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  30. Jacques Brunschwig & David Sedley (2003). 6 Hellenistic Philosophy. In D. N. Sedley (ed.), The Cambridge Companion to Greek and Roman Philosophy. Cambridge University Press. 151.
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  31. David Sedley (2003). Colloquium 8: A Socratic Interpretation Pf Plato's Theaetetus. Proceedings of the Boston Area Colloquium of Ancient Philosophy 18 (1):277-325.
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  32. David Sedley (2003). Lucretius, De Rerum Natnra (Ca. 99-55 BC). In Jorge J. E. Gracia, Gregory M. Reichberg & Bernard N. Schumacher (eds.), The Classics of Western Philosophy: A Reader's Guide. Blackwell Pub.. 70.
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  33. David Sedley (ed.) (2003). Oxford Studies in Ancient Philosophy, Volume XXIV: Summer 2003. OUP Oxford.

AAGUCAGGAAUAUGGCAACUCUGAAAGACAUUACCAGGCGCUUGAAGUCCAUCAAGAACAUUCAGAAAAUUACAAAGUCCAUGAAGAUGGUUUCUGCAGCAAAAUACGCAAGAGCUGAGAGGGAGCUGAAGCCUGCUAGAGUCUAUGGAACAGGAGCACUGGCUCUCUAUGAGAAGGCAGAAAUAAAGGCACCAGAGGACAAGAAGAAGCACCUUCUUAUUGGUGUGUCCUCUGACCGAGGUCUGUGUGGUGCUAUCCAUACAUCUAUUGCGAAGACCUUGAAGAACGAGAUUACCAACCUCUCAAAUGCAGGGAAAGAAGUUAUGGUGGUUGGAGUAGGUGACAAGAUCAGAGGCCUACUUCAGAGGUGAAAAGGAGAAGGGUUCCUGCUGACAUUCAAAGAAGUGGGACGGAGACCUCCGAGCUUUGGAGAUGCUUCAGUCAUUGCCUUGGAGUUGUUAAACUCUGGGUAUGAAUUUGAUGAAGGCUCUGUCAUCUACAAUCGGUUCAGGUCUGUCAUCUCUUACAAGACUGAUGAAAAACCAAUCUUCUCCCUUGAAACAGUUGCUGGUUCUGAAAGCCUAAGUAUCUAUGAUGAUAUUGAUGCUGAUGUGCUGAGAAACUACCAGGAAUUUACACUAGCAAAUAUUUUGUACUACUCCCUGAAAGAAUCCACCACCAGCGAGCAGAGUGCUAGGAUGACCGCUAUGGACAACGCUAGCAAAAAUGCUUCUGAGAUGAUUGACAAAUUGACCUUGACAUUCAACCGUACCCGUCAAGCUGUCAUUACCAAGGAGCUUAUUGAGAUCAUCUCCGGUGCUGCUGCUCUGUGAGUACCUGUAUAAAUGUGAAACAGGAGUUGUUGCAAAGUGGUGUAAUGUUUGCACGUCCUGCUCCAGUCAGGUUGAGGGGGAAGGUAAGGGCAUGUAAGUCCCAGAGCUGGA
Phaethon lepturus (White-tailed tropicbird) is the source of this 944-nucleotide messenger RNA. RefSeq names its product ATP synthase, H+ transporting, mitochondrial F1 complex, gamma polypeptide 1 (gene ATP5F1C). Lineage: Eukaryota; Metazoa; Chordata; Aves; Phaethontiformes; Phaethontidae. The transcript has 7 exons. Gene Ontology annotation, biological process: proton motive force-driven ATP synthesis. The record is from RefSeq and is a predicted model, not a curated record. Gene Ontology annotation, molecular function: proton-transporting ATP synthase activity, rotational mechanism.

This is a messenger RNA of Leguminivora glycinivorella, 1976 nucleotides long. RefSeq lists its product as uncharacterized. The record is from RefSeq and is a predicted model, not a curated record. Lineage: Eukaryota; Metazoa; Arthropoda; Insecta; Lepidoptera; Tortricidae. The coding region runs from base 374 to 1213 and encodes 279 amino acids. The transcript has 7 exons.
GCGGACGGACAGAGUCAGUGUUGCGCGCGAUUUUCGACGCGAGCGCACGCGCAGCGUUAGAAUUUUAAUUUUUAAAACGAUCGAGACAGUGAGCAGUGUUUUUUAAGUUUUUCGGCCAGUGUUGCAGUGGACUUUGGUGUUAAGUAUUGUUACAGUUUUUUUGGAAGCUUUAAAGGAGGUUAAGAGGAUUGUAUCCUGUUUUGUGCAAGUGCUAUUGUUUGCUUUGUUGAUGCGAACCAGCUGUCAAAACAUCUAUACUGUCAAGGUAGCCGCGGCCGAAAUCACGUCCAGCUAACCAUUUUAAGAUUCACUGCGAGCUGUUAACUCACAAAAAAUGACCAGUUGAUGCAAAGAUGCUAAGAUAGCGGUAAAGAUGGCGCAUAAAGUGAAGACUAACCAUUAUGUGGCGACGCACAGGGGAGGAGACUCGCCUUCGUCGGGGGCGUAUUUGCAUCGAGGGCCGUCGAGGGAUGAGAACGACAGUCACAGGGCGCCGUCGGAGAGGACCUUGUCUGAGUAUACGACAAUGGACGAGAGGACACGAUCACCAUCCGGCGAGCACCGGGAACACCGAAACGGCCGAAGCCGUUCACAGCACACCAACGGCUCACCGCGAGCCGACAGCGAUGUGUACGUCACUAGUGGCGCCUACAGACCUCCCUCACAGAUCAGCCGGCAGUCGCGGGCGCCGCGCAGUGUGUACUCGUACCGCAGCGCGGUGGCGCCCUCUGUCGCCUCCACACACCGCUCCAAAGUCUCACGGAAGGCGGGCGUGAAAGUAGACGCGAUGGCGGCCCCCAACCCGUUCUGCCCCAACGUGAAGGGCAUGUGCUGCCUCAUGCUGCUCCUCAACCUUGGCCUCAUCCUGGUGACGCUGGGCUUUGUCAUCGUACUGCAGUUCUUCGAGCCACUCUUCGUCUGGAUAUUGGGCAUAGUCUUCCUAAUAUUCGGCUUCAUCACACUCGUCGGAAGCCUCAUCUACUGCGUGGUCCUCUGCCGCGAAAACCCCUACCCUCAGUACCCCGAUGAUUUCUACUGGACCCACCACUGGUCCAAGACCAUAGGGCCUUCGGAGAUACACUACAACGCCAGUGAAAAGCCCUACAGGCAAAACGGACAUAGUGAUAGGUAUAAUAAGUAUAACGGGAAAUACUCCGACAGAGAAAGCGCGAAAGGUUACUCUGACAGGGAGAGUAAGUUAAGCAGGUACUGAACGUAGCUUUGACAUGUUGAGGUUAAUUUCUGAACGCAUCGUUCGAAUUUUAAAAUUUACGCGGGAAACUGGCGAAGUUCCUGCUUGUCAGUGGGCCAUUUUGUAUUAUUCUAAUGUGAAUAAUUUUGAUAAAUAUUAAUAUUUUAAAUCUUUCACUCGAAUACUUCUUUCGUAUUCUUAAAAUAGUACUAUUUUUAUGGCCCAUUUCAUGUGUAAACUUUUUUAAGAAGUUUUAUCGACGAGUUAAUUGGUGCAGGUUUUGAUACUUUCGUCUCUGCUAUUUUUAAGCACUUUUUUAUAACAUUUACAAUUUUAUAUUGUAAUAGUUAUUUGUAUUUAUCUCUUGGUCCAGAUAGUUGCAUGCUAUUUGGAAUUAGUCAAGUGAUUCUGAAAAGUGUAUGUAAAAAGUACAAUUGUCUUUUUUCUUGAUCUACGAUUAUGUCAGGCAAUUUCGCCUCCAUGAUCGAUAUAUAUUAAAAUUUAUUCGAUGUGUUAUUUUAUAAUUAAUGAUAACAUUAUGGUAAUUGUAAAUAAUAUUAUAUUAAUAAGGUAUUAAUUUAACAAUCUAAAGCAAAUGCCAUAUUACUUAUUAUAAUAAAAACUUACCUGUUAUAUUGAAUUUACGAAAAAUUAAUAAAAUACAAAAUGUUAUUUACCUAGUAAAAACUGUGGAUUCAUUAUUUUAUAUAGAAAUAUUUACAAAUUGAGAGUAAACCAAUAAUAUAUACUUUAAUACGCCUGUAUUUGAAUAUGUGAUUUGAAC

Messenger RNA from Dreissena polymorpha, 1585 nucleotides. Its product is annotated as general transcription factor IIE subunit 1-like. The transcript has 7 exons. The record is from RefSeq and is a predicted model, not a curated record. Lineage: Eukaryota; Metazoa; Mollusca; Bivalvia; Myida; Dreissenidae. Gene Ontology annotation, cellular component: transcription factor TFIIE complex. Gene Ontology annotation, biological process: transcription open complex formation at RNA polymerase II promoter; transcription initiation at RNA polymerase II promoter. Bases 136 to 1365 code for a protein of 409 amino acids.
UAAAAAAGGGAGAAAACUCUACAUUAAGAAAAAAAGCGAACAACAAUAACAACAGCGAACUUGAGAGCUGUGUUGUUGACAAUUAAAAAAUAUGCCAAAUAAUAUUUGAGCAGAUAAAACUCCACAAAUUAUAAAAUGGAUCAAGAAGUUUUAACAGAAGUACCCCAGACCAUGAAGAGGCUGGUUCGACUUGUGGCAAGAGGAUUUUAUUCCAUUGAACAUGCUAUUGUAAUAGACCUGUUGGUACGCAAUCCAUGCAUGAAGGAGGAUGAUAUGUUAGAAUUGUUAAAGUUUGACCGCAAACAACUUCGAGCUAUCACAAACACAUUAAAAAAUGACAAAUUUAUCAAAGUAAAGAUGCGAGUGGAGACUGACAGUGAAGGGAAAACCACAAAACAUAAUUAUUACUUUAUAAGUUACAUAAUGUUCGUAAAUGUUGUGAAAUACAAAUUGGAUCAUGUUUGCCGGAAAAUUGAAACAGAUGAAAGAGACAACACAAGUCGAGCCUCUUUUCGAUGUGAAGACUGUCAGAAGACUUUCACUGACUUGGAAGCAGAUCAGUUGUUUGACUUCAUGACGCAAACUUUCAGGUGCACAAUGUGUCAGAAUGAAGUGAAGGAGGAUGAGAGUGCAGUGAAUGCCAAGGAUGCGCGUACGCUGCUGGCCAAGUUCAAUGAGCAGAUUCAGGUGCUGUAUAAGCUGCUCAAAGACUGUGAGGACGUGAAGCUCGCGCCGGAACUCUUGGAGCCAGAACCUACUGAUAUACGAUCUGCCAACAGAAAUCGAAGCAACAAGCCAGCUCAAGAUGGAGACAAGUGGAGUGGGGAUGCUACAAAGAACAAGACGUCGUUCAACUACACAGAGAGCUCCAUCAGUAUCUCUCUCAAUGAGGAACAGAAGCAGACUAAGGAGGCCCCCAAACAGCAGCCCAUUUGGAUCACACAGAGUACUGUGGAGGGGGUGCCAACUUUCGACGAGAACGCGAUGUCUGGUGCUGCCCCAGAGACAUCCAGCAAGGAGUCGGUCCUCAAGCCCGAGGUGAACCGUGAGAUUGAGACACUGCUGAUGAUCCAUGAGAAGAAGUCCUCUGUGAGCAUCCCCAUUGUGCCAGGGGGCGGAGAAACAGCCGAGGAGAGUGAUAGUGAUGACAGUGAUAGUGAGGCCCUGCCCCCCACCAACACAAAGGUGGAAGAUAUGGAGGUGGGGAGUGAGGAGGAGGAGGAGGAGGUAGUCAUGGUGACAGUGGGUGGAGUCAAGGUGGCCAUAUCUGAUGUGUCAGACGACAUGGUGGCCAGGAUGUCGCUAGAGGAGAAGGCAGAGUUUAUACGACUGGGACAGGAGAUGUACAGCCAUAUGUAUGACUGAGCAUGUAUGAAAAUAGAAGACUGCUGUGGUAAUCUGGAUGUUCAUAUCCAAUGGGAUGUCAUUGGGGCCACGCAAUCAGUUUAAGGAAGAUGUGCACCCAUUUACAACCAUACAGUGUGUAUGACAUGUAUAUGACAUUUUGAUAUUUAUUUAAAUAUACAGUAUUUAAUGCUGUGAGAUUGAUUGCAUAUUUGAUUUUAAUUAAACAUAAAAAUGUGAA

Oxford Studies in Ancient Philosophy is a volume of original articles on all aspects of ancient philosophy. The articles may be of substantial length, and include critical notices of major books. Aristotle and the Stoics receive particular attention in this volume. -/- Editor: David Sedley, Laurence Professor of Ancient Philosophy, University of Cambridge. -/- .
     
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  34. David Sedley (ed.) (2003). Oxford Studies in Ancient Philosophy Volume XXV: Winter 2003. OUP Oxford.
    Oxford Studies in Ancient Philosophy is a volume of original articles on all aspects of ancient philosophy. The articles may be of substantial length, and include critical notices of major books. OSAP is now published twice yearly, in both hardback and paperback. -/- Editor: David Sedley, Laurence Professor of Ancient Philosophy, University of Cambridge. -/- 'standard reading among specialists in ancient philosophy' Brad Inwood, Bryn Mawr Classical Review.
     
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  35. David Sedley (2003). The Nomothetês in Plato's Cratylus. In David T. Runia, Gregory E. Sterling & Hindy Najman (eds.), Laws Stamped with the Seals of Nature: Laws and Nature in Hellenistic Philosophy and Philo of Alexandria. Brown University.